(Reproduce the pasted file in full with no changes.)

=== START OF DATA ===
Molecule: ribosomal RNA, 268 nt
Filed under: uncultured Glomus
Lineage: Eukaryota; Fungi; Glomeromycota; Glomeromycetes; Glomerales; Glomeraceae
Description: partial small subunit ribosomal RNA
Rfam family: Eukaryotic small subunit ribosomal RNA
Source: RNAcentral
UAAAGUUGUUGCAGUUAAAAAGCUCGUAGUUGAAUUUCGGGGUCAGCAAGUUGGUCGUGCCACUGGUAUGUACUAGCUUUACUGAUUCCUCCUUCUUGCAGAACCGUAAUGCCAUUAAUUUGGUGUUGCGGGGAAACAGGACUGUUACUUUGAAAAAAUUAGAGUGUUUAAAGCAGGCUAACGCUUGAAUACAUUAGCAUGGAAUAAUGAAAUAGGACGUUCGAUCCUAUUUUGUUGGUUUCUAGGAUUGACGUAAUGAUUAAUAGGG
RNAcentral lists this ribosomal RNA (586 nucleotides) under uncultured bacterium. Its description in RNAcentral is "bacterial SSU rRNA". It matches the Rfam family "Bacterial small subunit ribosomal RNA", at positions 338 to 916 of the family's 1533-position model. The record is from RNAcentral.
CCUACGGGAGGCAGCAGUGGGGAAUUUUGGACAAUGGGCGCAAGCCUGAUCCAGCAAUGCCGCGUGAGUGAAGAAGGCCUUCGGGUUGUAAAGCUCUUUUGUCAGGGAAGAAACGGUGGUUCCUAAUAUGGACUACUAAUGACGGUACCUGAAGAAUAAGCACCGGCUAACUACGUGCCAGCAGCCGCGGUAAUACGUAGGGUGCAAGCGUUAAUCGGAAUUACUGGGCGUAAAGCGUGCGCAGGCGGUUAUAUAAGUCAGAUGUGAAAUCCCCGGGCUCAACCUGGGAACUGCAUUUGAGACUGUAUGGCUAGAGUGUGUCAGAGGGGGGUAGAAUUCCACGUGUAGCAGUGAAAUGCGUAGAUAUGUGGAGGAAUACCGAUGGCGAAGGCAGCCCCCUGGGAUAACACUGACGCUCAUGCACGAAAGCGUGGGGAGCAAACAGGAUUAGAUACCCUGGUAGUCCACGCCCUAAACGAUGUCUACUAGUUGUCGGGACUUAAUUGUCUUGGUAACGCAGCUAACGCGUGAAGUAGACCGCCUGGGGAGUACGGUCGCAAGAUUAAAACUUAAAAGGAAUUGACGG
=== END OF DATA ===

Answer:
Molecule: ribosomal RNA, 268 nt
Filed under: uncultured Glomus
Lineage: Eukaryota; Fungi; Glomeromycota; Glomeromycetes; Glomerales; Glomeraceae
Description: partial small subunit ribosomal RNA
Rfam family: Eukaryotic small subunit ribosomal RNA
Source: RNAcentral
UAAAGUUGUUGCAGUUAAAAAGCUCGUAGUUGAAUUUCGGGGUCAGCAAGUUGGUCGUGCCACUGGUAUGUACUAGCUUUACUGAUUCCUCCUUCUUGCAGAACCGUAAUGCCAUUAAUUUGGUGUUGCGGGGAAACAGGACUGUUACUUUGAAAAAAUUAGAGUGUUUAAAGCAGGCUAACGCUUGAAUACAUUAGCAUGGAAUAAUGAAAUAGGACGUUCGAUCCUAUUUUGUUGGUUUCUAGGAUUGACGUAAUGAUUAAUAGGG
RNAcentral lists this ribosomal RNA (586 nucleotides) under uncultured bacterium. Its description in RNAcentral is "bacterial SSU rRNA". It matches the Rfam family "Bacterial small subunit ribosomal RNA", at positions 338 to 916 of the family's 1533-position model. The record is from RNAcentral.
CCUACGGGAGGCAGCAGUGGGGAAUUUUGGACAAUGGGCGCAAGCCUGAUCCAGCAAUGCCGCGUGAGUGAAGAAGGCCUUCGGGUUGUAAAGCUCUUUUGUCAGGGAAGAAACGGUGGUUCCUAAUAUGGACUACUAAUGACGGUACCUGAAGAAUAAGCACCGGCUAACUACGUGCCAGCAGCCGCGGUAAUACGUAGGGUGCAAGCGUUAAUCGGAAUUACUGGGCGUAAAGCGUGCGCAGGCGGUUAUAUAAGUCAGAUGUGAAAUCCCCGGGCUCAACCUGGGAACUGCAUUUGAGACUGUAUGGCUAGAGUGUGUCAGAGGGGGGUAGAAUUCCACGUGUAGCAGUGAAAUGCGUAGAUAUGUGGAGGAAUACCGAUGGCGAAGGCAGCCCCCUGGGAUAACACUGACGCUCAUGCACGAAAGCGUGGGGAGCAAACAGGAUUAGAUACCCUGGUAGUCCACGCCCUAAACGAUGUCUACUAGUUGUCGGGACUUAAUUGUCUUGGUAACGCAGCUAACGCGUGAAGUAGACCGCCUGGGGAGUACGGUCGCAAGAUUAAAACUUAAAAGGAAUUGACGG